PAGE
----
It seems like the school year is just starting, but time will fly by and testing will be here before we know it. With most students taking standardized tests online this year, it’s important to prep learners to ensure they adequately demonstrate their true abilities.
I’ve put together my top 5 tips which I gathered while teaching that I know you will be able to incorporate at home. These tips will help your children prepare all year long, and will include:
- Comfort levels- how bright do you like your screen?
- Replicate the test taking experience
- Motivation throughout the year
- Test taking strategies – teach online ones, too!
- Tech skills – no need for perfection, just practice
1. The perfect testing environment – on and off screen
Talk to your child about their comfort levels when taking a test online. It’s inevitable, learners may wait until the day of the test to tell their teacher they think their screen is too bright to read the text or maybe they won’t even be able to articulate that they are having trouble with screen brightness. Whenever your child is using technology at home, talk about screen brightness, volume of headphones, size/type of keyboard, height of chair, wrist cushions and any other factors that might impact their comfort level.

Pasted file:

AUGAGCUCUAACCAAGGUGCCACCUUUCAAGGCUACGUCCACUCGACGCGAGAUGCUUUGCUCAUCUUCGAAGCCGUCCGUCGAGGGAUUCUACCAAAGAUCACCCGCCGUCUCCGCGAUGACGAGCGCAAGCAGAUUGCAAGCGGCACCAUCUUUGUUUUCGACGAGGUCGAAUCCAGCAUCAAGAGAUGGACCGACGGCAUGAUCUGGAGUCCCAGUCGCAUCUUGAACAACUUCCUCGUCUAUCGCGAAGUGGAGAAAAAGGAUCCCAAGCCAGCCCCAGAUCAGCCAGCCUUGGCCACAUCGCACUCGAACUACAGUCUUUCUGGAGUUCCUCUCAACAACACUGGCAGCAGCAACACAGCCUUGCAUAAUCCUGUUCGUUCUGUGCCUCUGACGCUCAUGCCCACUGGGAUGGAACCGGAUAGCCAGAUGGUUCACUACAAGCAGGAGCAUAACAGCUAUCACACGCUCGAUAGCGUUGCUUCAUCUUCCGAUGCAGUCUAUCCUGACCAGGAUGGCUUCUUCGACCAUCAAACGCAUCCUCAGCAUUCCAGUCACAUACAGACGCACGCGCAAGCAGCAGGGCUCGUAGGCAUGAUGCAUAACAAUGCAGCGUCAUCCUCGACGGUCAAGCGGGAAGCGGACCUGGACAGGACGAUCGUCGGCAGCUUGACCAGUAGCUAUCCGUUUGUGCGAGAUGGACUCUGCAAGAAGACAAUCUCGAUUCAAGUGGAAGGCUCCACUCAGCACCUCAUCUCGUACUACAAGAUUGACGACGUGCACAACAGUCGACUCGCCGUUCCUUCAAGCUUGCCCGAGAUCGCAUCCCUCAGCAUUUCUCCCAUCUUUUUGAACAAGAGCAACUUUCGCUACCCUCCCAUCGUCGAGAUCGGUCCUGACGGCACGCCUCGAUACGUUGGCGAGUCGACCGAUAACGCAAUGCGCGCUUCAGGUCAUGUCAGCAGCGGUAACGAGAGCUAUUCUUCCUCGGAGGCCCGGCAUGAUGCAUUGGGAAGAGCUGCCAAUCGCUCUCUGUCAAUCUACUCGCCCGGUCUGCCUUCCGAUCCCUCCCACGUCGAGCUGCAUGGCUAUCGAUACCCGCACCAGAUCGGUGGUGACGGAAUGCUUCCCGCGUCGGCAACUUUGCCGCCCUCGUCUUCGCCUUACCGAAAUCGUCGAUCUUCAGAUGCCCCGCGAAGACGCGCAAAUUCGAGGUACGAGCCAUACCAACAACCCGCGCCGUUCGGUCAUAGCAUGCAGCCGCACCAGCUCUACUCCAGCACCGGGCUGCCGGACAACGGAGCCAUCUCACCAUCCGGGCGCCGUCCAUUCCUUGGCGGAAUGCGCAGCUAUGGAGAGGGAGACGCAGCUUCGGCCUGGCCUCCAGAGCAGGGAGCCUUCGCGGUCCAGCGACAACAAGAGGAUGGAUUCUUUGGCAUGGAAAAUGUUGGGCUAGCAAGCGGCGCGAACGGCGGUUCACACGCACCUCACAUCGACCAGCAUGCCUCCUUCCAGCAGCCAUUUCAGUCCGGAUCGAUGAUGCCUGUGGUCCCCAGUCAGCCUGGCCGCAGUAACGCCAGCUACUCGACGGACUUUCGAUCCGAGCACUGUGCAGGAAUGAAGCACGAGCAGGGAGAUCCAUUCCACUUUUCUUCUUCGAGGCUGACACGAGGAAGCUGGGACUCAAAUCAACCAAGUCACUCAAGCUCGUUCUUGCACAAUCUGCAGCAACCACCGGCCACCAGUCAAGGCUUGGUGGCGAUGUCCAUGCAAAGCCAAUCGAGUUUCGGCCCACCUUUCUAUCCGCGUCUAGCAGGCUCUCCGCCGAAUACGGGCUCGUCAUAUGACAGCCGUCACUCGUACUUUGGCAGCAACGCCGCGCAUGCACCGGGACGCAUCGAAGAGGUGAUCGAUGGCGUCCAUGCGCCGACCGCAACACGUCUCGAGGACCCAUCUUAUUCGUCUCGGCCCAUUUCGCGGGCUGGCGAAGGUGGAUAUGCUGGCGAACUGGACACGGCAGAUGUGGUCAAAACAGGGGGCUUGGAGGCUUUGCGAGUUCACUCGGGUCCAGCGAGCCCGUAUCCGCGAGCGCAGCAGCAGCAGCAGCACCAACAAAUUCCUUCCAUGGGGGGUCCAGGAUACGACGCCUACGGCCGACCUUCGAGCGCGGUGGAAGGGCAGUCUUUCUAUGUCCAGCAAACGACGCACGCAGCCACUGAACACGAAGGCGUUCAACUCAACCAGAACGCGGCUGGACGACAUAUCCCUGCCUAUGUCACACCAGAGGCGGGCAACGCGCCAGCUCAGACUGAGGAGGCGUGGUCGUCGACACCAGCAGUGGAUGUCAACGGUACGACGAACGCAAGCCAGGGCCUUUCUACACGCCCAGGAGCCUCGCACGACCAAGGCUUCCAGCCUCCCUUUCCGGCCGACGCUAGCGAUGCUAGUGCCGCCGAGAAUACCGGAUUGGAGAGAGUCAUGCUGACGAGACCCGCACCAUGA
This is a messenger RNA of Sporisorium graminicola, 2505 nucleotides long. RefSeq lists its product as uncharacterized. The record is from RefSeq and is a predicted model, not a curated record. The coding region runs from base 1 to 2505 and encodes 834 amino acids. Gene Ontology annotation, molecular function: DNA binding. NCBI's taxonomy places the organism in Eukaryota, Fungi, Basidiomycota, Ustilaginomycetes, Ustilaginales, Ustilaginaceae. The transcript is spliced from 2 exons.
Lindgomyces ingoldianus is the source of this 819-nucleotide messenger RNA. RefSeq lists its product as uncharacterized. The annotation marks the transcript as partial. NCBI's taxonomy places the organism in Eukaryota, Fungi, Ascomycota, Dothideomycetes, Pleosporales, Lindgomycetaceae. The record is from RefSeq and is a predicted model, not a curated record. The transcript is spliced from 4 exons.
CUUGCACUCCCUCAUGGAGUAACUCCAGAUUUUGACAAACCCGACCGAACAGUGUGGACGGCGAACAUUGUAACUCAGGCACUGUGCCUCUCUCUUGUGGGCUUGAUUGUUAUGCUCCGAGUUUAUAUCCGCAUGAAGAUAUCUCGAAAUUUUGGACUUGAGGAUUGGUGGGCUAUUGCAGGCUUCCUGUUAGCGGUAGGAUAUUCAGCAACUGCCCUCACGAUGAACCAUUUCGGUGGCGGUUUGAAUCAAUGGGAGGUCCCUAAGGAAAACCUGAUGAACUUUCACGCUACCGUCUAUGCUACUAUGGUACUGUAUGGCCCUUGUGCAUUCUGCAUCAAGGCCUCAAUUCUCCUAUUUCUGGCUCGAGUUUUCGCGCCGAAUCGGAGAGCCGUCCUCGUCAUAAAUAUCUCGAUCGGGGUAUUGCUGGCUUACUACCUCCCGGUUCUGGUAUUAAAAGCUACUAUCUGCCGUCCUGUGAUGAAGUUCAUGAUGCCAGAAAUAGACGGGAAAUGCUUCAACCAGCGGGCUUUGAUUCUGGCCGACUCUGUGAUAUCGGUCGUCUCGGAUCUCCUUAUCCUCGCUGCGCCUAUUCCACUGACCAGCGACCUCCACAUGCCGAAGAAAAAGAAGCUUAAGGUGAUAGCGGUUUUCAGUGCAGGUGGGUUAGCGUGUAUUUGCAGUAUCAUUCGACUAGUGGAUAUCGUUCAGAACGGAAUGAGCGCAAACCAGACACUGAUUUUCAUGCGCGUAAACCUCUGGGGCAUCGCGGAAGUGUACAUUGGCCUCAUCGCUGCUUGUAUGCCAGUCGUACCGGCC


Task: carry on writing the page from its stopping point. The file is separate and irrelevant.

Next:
Although there may not be accommodations or modifications for some students, these are things they know they can adjust in their testing environment that will build their confidence and set them up for success. When it comes to testing day, learners will know how to adjust their equipment to ensure the perfect level of brightness and the perfect volume level. Tell their teacher if you feel they may need support, such as a small towel to go under their wrist while typing, or if a small sticker on the mouse would help identify where they need to click.
2. Replicate the test taking experience
Stretch breaks, timers, snacks, computer recordings and more. Expose your child to the type of experience they will have while taking the tests, they will know exactly what to expect. You can incorporate some of these during homework or other tasks at home. For example, while completing homework or using an online educational program such as Mathletics, set a timer for a stretch break and reinforce that they can stand up and stretch when they need to during schoolwork and online testing. Establish a time for a snack and dinner break. I know sometimes you want them to finish all their work before dinner but being exposed to long breaks may be helpful to duplicate the experience. Make sure your child knows they will be receiving breaks on long test days, this can ease anxiety.